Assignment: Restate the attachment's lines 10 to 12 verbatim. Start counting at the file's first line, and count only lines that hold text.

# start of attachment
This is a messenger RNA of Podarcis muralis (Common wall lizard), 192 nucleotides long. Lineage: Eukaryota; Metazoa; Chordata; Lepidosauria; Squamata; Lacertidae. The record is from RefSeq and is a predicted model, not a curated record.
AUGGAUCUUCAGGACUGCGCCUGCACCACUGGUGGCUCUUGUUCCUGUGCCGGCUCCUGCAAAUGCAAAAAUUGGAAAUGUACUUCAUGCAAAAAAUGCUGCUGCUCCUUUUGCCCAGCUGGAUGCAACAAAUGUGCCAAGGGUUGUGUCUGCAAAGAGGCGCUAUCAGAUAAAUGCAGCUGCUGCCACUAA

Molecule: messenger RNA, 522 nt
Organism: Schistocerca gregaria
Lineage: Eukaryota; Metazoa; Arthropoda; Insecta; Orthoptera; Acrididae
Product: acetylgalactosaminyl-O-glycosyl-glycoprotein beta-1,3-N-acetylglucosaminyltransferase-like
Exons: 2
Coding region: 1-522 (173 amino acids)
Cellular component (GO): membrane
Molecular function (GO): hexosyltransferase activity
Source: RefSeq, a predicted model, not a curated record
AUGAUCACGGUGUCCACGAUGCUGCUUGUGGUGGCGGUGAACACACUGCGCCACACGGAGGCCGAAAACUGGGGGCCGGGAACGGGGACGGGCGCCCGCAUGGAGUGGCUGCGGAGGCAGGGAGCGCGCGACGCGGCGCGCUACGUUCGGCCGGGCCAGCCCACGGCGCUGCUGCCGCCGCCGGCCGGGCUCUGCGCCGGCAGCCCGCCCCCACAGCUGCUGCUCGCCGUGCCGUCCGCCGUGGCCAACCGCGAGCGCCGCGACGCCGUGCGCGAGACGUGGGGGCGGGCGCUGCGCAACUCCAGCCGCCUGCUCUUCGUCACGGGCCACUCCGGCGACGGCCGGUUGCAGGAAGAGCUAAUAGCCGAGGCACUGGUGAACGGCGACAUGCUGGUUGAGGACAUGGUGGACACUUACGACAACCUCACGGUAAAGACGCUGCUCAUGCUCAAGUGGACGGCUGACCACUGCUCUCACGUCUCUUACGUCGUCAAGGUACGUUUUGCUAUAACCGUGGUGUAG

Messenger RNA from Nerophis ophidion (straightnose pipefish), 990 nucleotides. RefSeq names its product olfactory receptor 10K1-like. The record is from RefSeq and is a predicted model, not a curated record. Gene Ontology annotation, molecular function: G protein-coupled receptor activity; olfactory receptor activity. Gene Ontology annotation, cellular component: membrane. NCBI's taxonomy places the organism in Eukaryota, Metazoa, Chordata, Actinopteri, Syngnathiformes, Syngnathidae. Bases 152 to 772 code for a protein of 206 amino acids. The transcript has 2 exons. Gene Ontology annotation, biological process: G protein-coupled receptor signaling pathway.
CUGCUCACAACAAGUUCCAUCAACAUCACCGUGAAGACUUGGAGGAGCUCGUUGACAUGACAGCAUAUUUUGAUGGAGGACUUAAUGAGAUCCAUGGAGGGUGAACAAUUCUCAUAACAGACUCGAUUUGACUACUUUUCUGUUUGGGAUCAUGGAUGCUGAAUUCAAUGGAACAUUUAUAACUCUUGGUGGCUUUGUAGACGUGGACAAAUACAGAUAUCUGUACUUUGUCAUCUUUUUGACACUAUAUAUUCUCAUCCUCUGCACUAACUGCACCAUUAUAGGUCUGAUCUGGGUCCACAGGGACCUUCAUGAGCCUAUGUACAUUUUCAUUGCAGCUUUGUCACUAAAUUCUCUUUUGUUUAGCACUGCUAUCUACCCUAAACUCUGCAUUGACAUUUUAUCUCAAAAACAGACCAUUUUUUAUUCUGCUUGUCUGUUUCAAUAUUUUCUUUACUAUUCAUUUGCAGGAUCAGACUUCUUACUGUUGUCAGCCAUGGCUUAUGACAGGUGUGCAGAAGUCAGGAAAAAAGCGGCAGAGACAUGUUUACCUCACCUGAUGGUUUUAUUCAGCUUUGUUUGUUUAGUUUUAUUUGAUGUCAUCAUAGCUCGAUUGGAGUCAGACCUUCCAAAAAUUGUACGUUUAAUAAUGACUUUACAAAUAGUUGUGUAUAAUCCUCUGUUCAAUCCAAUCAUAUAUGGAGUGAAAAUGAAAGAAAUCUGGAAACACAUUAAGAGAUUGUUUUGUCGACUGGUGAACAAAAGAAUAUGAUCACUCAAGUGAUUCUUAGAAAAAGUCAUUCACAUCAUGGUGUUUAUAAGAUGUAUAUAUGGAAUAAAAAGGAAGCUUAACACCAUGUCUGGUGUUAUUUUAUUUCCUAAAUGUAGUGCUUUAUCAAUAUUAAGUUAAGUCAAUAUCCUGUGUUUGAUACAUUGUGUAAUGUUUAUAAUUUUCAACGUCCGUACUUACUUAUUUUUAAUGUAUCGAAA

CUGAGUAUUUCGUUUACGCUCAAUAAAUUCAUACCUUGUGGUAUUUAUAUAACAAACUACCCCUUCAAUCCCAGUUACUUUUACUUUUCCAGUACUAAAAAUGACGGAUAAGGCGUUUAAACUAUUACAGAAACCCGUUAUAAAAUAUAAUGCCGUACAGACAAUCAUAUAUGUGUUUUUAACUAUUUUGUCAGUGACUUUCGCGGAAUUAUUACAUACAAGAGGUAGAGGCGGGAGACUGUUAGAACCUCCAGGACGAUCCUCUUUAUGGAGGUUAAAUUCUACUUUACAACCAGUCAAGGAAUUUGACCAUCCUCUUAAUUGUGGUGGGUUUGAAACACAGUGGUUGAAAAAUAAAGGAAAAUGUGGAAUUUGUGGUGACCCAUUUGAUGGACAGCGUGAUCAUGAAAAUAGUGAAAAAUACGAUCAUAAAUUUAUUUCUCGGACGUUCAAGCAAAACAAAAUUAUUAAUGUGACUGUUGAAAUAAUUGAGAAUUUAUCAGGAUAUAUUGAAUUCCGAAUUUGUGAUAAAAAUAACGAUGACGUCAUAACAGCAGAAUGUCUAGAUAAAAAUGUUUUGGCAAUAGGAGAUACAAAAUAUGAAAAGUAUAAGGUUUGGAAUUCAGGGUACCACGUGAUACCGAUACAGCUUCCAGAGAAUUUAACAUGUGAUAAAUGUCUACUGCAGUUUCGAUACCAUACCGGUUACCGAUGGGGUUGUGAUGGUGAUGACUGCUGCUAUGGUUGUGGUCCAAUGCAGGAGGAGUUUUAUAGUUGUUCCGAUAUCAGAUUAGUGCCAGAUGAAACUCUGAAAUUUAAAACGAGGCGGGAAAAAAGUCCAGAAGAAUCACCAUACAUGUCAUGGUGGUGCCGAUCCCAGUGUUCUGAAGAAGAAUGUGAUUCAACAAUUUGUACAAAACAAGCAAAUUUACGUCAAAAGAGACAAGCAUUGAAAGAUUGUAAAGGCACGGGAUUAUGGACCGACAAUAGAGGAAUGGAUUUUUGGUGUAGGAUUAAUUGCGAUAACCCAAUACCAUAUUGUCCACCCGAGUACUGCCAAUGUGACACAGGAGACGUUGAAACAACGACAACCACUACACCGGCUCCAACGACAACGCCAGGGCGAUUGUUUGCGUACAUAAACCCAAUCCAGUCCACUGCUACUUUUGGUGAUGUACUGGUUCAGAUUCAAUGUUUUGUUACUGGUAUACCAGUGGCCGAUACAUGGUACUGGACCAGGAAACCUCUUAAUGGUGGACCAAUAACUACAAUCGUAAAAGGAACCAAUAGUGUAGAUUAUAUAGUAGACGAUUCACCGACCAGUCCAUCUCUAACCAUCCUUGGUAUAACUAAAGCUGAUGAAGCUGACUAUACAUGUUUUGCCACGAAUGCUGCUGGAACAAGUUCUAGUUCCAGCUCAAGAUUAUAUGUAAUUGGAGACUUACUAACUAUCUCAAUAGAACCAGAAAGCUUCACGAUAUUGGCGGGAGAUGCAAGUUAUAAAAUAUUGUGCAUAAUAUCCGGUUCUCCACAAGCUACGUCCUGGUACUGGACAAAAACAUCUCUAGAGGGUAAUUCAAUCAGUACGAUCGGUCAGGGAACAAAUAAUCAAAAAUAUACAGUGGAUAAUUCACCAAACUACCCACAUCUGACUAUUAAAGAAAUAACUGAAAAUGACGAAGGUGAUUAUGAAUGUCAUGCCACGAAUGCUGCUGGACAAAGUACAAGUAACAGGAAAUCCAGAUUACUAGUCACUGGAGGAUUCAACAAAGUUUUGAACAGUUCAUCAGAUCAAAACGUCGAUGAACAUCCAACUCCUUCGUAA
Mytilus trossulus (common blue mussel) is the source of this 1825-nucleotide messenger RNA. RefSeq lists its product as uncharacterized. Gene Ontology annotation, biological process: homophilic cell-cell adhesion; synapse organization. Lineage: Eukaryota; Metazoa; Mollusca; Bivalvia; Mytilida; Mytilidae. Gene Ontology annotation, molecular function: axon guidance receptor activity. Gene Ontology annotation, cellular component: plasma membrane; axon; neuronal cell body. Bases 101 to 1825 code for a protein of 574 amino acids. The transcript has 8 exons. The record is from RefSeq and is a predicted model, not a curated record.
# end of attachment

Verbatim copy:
Molecular function (GO): hexosyltransferase activity
Source: RefSeq, a predicted model, not a curated record
AUGAUCACGGUGUCCACGAUGCUGCUUGUGGUGGCGGUGAACACACUGCGCCACACGGAGGCCGAAAACUGGGGGCCGGGAACGGGGACGGGCGCCCGCAUGGAGUGGCUGCGGAGGCAGGGAGCGCGCGACGCGGCGCGCUACGUUCGGCCGGGCCAGCCCACGGCGCUGCUGCCGCCGCCGGCCGGGCUCUGCGCCGGCAGCCCGCCCCCACAGCUGCUGCUCGCCGUGCCGUCCGCCGUGGCCAACCGCGAGCGCCGCGACGCCGUGCGCGAGACGUGGGGGCGGGCGCUGCGCAACUCCAGCCGCCUGCUCUUCGUCACGGGCCACUCCGGCGACGGCCGGUUGCAGGAAGAGCUAAUAGCCGAGGCACUGGUGAACGGCGACAUGCUGGUUGAGGACAUGGUGGACACUUACGACAACCUCACGGUAAAGACGCUGCUCAUGCUCAAGUGGACGGCUGACCACUGCUCUCACGUCUCUUACGUCGUCAAGGUACGUUUUGCUAUAACCGUGGUGUAG